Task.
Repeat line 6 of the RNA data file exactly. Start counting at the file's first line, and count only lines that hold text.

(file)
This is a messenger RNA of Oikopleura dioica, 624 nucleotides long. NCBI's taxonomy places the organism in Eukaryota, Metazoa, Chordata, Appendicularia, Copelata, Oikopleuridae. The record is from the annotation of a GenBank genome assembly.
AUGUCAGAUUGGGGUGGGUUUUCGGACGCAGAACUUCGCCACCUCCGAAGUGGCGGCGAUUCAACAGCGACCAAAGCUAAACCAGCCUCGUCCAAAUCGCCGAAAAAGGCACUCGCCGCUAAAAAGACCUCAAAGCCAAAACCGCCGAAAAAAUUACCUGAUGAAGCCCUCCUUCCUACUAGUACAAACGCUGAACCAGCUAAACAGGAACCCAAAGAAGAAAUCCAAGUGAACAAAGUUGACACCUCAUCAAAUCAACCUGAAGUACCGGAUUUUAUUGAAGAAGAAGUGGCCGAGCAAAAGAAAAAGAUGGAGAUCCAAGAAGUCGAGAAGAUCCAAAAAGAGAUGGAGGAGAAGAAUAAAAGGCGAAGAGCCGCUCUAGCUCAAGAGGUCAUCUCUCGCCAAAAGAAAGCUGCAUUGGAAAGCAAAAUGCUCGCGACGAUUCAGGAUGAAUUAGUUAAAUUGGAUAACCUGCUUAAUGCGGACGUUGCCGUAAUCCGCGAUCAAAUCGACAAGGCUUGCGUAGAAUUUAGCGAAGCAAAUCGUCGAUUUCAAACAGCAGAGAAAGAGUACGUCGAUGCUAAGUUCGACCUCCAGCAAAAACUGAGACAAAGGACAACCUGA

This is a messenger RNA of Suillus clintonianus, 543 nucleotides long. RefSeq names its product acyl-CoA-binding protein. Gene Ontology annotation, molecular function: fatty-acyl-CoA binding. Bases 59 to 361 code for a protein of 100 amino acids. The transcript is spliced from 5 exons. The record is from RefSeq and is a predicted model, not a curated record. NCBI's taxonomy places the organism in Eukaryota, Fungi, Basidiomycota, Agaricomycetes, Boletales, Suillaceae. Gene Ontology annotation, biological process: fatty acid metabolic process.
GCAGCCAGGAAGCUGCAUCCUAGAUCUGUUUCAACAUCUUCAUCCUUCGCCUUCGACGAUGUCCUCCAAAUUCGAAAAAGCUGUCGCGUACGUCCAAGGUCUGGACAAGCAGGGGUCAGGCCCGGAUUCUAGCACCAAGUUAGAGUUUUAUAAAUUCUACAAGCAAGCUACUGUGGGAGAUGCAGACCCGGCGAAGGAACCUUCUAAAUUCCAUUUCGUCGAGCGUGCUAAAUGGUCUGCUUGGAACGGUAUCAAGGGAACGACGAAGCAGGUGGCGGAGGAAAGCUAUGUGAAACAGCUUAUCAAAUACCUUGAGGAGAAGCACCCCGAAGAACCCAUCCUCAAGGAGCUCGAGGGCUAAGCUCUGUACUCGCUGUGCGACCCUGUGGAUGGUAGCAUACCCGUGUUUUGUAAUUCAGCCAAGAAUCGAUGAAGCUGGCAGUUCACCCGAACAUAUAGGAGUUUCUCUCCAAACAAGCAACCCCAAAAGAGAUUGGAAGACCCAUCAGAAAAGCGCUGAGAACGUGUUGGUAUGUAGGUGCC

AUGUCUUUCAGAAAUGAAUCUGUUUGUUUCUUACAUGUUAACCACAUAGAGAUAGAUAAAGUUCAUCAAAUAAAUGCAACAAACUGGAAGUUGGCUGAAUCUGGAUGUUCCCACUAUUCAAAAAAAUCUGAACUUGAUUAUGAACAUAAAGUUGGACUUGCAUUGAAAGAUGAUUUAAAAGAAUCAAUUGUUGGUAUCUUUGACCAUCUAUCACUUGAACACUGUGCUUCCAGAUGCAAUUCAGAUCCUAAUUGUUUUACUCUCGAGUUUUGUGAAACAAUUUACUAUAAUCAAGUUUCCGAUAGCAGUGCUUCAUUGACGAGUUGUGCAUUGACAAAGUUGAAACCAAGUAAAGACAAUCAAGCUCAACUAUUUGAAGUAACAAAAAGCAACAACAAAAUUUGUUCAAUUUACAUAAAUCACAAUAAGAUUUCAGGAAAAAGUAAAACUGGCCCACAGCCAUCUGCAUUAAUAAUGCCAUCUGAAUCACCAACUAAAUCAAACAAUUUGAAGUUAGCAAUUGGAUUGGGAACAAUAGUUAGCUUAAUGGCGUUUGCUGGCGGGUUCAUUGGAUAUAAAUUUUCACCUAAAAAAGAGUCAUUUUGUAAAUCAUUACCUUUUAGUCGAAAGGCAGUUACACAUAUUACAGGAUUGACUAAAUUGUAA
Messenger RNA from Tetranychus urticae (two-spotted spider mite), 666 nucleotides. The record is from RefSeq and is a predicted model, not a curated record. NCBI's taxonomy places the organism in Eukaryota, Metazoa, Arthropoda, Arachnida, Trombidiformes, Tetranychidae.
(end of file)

Messenger RNA from Tetranychus urticae (two-spotted spider mite), 666 nucleotides. The record is from RefSeq and is a predicted model, not a curated record. NCBI's taxonomy places the organism in Eukaryota, Metazoa, Arthropoda, Arachnida, Trombidiformes, Tetranychidae.